The exiles believe that with help from the skies their victory is at hand, regardless of the course Saddam takes.

“Knowing Saddam, he thrives on conflict,” Qaragholi said. “But I think his time is coming very soon.”

— Tomorrow: Would Iraq use chemical weapons against the United States?

Opposition in exile: How many troops?

Iraqi groups against Saddam Hussein claim they can muster thousands of troops or military aides to help the United States dethrone the dictator. Though they often don’t agree on the specifics of a postwar regime, they seem to agree that Iraqis can take on Baghdad — with Western help.

The six most notable groups are offering to volunteer exiles for military training, already have forces of their own, or predict internal revolt once an attack starts:

¶ Iraqi National Congress: an umbrella organization of several anti-Saddam groups, based in London. Though it maintains no military, it recently forwarded the Pentagon the names of some 5,000 Iraqi exiles seeking military training from the United States.

¶ The Supreme Council for the Islamic Revolution in Iraq: a Shiite faction that has sought refuge from within neighboring Iran. Estimates are that its Badr Brigade boasts from 4,000 to 12,000 troops commanded by Iranian officers. Iran recently announced it would allow them to enter Iraq to fight if a war starts.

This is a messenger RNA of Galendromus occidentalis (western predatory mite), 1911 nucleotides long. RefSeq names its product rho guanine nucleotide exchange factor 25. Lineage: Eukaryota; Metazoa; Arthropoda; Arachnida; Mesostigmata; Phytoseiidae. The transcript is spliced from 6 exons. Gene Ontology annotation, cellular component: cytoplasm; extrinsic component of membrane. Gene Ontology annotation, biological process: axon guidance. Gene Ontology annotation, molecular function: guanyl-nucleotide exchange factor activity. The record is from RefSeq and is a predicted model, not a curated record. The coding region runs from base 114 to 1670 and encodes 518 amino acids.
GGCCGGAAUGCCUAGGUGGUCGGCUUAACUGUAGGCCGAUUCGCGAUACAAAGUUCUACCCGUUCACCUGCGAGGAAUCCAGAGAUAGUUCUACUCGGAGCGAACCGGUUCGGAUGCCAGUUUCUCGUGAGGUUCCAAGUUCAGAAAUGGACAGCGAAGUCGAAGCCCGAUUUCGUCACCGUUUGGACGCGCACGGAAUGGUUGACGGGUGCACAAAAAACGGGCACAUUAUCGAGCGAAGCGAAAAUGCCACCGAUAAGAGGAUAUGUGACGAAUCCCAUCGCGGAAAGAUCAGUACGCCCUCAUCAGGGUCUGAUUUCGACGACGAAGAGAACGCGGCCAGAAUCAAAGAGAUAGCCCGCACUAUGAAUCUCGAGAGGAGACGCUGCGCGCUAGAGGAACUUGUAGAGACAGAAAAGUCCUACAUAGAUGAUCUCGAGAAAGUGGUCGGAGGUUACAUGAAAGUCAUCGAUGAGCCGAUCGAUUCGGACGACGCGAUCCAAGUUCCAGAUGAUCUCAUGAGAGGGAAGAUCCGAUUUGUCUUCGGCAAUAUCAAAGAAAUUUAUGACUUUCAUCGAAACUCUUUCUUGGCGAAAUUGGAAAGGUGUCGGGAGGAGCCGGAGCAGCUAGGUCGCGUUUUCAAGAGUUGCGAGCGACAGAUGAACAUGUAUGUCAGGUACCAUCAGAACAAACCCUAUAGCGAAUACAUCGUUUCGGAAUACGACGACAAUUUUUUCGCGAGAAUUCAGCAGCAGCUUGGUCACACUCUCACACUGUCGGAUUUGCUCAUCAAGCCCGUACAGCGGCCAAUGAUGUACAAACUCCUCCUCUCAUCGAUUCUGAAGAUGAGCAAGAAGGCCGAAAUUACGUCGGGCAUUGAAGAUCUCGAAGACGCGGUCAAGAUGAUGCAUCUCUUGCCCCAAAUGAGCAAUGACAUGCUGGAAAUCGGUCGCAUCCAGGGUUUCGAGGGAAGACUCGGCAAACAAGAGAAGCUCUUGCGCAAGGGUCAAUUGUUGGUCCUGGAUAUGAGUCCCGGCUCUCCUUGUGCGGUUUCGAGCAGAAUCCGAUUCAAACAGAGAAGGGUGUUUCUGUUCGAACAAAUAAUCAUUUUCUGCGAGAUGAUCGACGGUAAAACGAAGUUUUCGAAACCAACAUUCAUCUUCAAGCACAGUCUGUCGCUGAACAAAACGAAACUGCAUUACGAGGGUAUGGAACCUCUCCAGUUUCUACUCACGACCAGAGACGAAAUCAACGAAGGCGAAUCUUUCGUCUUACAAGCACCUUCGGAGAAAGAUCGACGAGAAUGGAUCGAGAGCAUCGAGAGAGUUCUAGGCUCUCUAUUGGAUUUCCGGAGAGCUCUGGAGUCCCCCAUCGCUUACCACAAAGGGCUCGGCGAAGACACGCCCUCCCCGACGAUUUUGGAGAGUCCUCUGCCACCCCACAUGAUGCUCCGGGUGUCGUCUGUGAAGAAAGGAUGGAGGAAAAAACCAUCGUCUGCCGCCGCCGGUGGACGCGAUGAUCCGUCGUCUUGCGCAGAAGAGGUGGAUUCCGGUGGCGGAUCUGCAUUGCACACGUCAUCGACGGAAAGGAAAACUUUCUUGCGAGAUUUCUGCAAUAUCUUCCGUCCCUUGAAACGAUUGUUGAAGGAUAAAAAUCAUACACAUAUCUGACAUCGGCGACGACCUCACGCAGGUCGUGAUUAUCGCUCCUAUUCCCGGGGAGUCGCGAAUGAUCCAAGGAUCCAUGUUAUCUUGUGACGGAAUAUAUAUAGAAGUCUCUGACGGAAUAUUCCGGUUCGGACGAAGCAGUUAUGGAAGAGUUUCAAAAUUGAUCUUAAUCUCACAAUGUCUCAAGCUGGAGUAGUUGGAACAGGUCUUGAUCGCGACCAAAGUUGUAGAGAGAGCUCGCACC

¶ Kurdistan Democratic Party: self-governing group in northwest Iraq protected by the U.S.- and British-enforced no-fly zone. These Kurds claim to have 60,000 troops, both active and reserve.

¶ Patriotic Union of Kurdistan: another self-governing group of Kurds protected by the no-fly zone, this time in northeast Iraq. The group claims it could muster 100,000 soldiers, though experts doubt the figure. The group also boasts tanks and anti-aircraft weapons.

¶ Iraqi National Accord: a group originally organized by military and security officers who defected from Iraq, with offices in London and in Jordan. It claims to maintain operatives throughout Iraq. In 1996, Baghdad arrested 100 military officers and executed 30 others allegedly tied to the group, but an INA spokesman has denied the charges, calling the group “the most infiltration proof of all political parties inside Iraq.”

¶ Constitutional Monarchy Movement: wants to restore the monarchy that was toppled in 1958 with the execution of King Faisal II. His heir and cousin, Sharif Ali bin al-Hussein, has called for Saddam’s ouster at the hands of his oppressed subjects, and points to 1991’s revolt as evidence such would happen if only they had Western support. The would-be monarch has said he believes that the United States is ready to help revolutionaries this time.

Sources: Security analyses, media reports and Iraqi opposition.